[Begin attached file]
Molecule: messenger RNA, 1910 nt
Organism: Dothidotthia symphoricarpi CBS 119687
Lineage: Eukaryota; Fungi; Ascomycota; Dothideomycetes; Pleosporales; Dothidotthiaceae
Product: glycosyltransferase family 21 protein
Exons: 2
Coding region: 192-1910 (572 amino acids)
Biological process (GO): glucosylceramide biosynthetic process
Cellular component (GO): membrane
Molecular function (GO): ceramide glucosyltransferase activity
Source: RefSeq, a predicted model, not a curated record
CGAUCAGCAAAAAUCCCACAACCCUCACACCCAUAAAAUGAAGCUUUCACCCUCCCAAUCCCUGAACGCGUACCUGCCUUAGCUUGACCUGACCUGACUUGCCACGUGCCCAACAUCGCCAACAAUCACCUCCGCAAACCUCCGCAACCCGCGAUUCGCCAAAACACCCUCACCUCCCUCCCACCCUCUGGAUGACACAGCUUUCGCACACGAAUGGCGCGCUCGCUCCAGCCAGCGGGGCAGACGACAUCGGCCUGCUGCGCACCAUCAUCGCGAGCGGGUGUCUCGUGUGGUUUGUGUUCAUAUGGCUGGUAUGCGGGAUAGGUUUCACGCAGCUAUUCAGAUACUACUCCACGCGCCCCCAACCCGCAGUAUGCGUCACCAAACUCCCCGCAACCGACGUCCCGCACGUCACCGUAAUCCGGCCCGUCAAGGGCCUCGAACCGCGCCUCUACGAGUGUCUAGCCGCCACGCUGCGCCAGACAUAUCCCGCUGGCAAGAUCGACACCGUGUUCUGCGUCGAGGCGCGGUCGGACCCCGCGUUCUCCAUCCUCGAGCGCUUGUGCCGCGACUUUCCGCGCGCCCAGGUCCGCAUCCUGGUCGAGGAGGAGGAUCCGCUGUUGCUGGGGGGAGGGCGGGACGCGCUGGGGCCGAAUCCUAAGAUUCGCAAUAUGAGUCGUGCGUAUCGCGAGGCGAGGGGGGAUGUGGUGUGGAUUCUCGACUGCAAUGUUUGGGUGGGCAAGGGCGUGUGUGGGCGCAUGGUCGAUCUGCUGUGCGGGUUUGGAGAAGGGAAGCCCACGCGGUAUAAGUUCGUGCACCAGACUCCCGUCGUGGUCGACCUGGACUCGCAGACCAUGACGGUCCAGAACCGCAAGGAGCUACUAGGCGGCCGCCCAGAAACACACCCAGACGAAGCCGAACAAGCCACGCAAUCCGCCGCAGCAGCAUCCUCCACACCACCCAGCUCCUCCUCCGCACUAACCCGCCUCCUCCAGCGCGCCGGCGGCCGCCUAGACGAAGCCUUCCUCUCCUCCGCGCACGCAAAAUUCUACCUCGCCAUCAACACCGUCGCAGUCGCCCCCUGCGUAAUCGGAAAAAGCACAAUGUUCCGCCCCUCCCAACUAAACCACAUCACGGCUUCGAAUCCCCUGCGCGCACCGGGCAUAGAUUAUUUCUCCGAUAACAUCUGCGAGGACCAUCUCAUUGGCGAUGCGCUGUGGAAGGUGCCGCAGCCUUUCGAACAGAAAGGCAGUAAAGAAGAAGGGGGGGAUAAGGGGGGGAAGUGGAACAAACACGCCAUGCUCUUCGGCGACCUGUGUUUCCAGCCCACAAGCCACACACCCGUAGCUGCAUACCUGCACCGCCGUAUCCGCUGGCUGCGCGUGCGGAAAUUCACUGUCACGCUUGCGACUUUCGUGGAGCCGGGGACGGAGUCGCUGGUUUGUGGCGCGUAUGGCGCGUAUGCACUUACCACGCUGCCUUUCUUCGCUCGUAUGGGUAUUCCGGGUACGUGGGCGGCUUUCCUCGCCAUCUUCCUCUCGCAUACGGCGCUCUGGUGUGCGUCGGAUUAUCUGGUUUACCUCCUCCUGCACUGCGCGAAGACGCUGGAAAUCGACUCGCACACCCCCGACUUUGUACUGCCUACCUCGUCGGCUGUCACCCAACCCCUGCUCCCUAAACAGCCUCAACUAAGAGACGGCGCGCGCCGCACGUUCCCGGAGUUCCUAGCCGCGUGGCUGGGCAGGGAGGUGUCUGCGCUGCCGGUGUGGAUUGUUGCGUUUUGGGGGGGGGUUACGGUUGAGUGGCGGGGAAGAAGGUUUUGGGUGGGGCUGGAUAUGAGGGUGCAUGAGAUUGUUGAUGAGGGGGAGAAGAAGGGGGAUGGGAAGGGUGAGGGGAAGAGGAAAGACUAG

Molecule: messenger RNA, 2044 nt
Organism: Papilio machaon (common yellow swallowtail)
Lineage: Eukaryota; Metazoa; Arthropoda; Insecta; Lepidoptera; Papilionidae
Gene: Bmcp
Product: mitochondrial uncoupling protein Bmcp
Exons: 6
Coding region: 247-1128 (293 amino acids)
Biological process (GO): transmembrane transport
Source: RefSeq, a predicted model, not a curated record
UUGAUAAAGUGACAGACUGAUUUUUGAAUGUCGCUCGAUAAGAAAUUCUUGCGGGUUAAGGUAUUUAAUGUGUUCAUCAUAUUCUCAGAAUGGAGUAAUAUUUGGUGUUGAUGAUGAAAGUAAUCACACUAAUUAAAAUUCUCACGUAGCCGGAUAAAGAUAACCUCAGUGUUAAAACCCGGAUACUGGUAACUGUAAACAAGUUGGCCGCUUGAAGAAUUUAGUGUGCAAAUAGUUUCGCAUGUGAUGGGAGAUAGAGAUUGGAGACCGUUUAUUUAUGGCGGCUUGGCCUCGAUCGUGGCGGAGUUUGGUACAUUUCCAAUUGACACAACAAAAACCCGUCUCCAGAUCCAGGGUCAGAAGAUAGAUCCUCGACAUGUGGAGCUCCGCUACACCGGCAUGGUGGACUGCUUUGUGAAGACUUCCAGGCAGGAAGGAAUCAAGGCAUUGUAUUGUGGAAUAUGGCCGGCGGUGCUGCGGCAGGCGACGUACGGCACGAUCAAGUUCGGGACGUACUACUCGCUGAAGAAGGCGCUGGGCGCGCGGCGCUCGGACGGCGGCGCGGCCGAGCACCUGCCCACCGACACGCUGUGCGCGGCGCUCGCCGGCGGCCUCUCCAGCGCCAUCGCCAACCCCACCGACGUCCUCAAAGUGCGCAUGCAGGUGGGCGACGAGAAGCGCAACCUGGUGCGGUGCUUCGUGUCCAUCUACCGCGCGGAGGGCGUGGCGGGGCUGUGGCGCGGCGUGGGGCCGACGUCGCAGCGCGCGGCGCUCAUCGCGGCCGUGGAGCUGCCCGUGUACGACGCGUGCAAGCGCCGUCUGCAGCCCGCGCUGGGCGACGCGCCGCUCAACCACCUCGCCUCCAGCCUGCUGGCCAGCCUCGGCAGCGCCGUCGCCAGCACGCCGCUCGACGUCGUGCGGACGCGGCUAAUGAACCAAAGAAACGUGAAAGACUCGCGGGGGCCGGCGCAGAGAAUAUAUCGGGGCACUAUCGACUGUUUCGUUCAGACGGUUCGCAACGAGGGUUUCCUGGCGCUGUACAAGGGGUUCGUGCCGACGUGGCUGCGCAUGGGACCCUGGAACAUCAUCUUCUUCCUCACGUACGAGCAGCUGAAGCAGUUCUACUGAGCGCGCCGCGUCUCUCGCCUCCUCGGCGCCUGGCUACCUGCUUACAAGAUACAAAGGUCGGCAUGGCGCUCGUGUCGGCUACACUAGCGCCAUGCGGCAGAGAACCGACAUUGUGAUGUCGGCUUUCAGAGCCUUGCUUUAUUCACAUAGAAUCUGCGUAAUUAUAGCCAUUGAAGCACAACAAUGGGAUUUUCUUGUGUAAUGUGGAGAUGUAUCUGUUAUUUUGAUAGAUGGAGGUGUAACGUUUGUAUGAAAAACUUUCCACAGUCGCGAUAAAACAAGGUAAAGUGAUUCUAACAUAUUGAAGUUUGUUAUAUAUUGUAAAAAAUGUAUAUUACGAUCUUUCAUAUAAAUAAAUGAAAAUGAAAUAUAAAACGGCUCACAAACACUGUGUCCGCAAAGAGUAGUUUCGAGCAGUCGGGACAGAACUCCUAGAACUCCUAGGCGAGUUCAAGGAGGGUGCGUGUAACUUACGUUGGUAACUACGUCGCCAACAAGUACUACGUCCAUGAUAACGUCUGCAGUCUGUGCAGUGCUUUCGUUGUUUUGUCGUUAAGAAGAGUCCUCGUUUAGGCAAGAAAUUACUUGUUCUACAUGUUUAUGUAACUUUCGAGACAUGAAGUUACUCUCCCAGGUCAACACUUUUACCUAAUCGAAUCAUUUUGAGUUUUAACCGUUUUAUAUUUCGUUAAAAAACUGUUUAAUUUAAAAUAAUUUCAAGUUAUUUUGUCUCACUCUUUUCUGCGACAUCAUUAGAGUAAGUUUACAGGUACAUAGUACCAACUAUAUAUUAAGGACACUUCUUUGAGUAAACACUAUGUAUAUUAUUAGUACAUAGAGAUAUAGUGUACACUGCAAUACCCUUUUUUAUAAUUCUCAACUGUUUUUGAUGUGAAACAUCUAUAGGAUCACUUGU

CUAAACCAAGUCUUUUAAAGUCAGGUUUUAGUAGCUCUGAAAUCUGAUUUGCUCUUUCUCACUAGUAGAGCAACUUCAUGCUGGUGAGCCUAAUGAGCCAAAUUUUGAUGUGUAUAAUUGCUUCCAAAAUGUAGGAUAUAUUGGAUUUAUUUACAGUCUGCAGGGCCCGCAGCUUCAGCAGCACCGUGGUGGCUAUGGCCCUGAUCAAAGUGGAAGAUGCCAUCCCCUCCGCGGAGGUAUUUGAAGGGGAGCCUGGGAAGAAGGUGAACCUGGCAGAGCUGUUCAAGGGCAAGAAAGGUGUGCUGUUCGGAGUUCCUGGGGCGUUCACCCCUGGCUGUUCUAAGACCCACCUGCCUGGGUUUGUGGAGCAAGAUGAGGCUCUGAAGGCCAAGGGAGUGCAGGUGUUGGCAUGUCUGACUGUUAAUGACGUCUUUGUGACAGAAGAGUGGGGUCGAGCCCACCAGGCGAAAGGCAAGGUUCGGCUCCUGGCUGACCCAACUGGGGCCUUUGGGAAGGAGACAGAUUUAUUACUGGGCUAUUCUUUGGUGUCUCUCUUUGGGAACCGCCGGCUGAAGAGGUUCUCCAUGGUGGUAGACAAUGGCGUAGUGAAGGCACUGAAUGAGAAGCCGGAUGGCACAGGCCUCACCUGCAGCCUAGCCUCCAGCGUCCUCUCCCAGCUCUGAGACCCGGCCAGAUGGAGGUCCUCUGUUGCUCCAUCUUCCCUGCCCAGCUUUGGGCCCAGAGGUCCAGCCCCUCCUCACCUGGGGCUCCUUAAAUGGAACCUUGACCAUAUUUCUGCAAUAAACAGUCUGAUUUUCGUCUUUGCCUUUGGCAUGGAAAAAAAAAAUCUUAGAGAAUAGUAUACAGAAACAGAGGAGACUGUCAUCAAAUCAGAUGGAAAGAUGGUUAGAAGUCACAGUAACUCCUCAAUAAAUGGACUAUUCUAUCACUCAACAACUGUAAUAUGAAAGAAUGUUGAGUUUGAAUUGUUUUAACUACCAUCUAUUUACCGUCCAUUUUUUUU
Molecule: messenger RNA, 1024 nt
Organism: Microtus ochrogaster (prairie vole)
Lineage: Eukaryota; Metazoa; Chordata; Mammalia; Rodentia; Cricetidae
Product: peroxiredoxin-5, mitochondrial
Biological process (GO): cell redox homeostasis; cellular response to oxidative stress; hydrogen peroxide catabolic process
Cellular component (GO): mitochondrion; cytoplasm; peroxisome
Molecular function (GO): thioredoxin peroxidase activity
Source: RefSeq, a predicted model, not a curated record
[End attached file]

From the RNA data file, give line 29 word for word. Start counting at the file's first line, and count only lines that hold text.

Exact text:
Molecular function (GO): thioredoxin peroxidase activity